LIFT TO LIVE FIT & LONG
Commonwealth Champion Powerlifter – @DomCadden
Maybe you’re a MAMIL (middle-aged man in Lycra) or an enduring wife or mother who decided to use those skills in long-suffering perseverance for triathlons or other endurance events. It’s always a challenge to fit the training in, right? So you’ll no doubt deliver your best Danny Glover (“I’m too old for this sh__”) when I say you should really consider making time for a little resistance training – but here are seven great reasons to do it.
KEEP YOUR MUSCLE
Sarcopenia – that’s the term for the loss of muscle mass that occurs naturally after our mid-20s unless we move to stop it. This gets much worse after age 50 as natural levels of testosterone and growth hormone plummet. So if you’re a man or woman over 35, you shouldn’t think that a bit of weight training will make you look like Ronnie Coleman – more likely, you’ll simply be avoiding the decline in muscle mass and making the muscle you have stronger. That means more force from a given body weight, which translates to things like an easier hill climb on the bike or run.
IT WILL HELP YOU STAY LEANER
As muscle decreases, the calories burned all day also decrease, which results in later life weight gain. Another factor is that GH (human growth hormone) and testosterone have a significant influence on body composition and fat accumulation. Intense resistance training will naturally spike GH levels, which will help maintain lean muscle mass. For men, resistance training can help slow and even halt decline in testosterone – in several studies, men as old as 70+ experienced increases in testosterone after training with weights.
MORE EFFICIENT FAST TWITCH MUSCLE
So muscle mass declines with age – but particularly the proportion of fast twitch (speed and power-producing) muscle fibres – you lose as much as 30% between the ages of 20 and 80. As you get older, you are usually trying to produce speed and power with less of the relevant muscle fibres, which means those you have left will need to be well-conditioned!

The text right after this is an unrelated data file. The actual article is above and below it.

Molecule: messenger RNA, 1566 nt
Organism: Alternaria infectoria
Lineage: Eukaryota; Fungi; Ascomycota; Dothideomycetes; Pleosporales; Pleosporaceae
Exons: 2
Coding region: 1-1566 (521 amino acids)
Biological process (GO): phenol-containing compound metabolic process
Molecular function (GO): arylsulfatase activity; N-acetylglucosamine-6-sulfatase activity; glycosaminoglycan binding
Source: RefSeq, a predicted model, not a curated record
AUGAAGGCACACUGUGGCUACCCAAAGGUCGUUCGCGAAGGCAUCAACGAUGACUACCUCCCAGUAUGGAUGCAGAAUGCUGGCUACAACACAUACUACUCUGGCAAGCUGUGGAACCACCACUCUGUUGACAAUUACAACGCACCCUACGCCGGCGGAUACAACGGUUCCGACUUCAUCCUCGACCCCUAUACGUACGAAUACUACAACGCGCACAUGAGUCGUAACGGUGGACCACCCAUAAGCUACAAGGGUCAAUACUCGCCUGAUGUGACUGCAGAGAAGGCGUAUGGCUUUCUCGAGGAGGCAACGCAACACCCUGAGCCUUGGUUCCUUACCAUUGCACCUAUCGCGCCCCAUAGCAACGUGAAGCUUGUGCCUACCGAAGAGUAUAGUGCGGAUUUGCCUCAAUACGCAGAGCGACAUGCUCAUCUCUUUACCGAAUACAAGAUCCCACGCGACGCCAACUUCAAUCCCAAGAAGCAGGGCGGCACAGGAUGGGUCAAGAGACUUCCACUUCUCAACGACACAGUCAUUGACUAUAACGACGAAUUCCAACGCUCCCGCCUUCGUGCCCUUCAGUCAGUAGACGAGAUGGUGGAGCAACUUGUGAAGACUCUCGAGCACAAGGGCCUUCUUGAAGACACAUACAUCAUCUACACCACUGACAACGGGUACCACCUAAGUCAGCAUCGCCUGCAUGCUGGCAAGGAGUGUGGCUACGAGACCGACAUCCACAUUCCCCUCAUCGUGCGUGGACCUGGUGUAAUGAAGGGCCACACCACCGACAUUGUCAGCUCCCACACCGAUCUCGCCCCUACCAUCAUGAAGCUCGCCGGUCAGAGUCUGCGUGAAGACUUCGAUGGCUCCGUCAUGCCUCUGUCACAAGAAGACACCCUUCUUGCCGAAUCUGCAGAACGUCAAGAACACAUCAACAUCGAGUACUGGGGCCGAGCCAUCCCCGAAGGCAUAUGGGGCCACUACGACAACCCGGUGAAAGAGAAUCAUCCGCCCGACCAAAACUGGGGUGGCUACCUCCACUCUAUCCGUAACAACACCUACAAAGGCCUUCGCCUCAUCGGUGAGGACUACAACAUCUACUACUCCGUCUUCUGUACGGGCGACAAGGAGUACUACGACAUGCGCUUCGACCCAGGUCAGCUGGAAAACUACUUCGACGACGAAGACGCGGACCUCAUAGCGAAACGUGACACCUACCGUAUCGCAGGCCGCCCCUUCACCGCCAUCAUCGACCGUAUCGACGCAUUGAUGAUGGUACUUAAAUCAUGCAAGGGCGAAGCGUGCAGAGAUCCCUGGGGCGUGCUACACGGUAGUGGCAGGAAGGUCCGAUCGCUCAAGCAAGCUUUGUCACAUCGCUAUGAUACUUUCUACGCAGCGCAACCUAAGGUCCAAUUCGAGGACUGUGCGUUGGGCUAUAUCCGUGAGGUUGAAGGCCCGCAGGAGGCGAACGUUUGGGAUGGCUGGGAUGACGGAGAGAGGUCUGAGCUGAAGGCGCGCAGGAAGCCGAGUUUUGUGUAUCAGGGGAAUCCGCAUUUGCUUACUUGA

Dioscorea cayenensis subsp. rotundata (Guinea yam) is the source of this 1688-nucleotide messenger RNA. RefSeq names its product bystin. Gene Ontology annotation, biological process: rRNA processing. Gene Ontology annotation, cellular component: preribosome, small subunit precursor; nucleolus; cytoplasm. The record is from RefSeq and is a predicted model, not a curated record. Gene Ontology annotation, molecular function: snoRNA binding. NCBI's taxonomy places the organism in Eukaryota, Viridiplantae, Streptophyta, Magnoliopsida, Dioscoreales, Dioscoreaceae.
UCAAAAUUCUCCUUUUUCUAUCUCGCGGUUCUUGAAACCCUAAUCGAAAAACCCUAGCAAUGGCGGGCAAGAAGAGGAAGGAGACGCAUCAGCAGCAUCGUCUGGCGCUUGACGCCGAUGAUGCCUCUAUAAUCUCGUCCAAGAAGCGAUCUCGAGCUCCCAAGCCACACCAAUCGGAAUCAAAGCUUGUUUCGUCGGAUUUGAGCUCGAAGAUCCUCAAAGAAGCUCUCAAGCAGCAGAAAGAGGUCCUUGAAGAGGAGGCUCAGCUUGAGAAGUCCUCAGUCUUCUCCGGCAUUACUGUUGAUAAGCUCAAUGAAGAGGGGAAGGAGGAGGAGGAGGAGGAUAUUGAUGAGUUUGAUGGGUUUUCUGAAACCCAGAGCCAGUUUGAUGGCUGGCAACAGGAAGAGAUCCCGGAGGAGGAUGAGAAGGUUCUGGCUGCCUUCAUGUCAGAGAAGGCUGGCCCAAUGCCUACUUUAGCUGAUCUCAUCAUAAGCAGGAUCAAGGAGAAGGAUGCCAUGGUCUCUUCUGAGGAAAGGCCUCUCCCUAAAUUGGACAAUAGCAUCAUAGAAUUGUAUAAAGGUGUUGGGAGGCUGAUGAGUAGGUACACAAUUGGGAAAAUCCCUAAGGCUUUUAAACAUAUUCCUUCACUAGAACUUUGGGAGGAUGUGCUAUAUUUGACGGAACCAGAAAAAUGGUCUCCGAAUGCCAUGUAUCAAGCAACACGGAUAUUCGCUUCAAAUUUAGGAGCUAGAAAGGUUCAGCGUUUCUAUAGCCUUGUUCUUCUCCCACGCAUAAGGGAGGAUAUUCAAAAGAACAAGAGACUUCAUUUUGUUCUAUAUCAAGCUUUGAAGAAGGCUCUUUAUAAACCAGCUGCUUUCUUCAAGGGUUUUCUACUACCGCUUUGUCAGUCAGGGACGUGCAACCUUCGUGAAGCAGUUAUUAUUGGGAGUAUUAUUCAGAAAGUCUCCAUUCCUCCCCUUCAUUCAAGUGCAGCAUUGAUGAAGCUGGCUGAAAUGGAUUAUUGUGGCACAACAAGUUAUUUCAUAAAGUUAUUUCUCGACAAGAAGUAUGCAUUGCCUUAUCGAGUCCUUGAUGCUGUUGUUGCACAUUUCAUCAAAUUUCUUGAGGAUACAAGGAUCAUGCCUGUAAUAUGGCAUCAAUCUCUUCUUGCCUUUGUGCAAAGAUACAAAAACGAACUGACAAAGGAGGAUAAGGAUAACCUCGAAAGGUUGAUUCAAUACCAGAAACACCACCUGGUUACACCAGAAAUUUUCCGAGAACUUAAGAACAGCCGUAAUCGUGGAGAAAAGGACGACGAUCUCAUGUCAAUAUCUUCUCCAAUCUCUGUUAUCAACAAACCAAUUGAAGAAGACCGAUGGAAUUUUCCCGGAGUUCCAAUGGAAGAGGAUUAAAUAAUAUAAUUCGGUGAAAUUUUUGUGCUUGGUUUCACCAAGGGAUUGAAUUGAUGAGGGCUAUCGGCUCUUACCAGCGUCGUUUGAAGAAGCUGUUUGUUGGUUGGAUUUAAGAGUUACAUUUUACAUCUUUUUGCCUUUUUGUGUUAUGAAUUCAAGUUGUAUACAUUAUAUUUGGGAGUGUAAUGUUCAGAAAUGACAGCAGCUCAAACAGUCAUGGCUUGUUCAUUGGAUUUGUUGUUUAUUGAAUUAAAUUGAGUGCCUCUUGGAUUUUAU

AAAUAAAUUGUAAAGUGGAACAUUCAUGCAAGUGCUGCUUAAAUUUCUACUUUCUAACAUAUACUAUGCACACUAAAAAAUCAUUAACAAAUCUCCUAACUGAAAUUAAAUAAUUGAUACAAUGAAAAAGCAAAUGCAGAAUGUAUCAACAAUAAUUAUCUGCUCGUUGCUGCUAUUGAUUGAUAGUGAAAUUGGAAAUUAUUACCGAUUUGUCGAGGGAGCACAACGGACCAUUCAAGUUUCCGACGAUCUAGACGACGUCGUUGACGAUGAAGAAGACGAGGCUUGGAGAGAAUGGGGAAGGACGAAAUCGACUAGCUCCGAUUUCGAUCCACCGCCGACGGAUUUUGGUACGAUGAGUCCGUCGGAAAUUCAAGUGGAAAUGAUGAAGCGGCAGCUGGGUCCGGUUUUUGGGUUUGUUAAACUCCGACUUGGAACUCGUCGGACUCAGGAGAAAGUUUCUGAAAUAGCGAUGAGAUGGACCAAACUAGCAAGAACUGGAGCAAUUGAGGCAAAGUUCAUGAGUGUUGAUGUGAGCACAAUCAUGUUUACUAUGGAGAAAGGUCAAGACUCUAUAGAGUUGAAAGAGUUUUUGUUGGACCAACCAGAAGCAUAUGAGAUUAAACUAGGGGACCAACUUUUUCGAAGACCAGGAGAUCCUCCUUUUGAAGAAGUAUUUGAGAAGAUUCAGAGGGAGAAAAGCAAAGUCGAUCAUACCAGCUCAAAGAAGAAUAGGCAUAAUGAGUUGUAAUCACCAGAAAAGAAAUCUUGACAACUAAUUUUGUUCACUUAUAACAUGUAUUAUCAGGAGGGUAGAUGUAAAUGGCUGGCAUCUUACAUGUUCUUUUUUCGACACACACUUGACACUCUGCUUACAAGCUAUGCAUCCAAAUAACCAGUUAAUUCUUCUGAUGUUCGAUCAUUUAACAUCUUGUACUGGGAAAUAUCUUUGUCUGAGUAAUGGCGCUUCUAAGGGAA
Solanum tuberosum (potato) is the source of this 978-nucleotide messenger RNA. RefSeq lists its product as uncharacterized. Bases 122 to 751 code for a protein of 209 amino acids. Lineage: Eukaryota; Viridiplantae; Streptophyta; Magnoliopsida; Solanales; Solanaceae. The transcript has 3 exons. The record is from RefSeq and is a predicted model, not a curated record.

Fast twitch muscle fibre is not just for speed and power alone – any time the body is under stress, fast twitch fibre will kick in to support slow twitch muscle fibre, e.g. even during fatigue stages in an endurance run.
Fast twitch muscle fibre tends to be predominant during exercises where you are lifting 60% of your maximum weight, which would equate to something you can do for about 15 repetitions, although this will vary depending on a person’s predominance for either fast or slow twitch muscle, and the muscle groups worked.
Bone mineral density (BMD) peaks at about age 25 and unless you do some resistance training, it’s all downhill from there!
Strong bones play a role before you hit retirement age, too. They support your muscles and connective tissue both for your activity and prevention of fractures that can set you back for months.
The higher the muscular and impact (gravitational) forces, the higher the BMD produced – it has nothing to do with muscular motion. That means activities like swimming and endurance cycling, the total ‘bone loading’ will be low. A vigorous bone-loading activity such as weight training is also very effective at stimulating the uptake of calcium into bones, which helps reduce the loss of bone mass in later years. There’s also evidence that activities that develop strength (such as weight training) are particularly effective at producing high BMD in the hips and spine.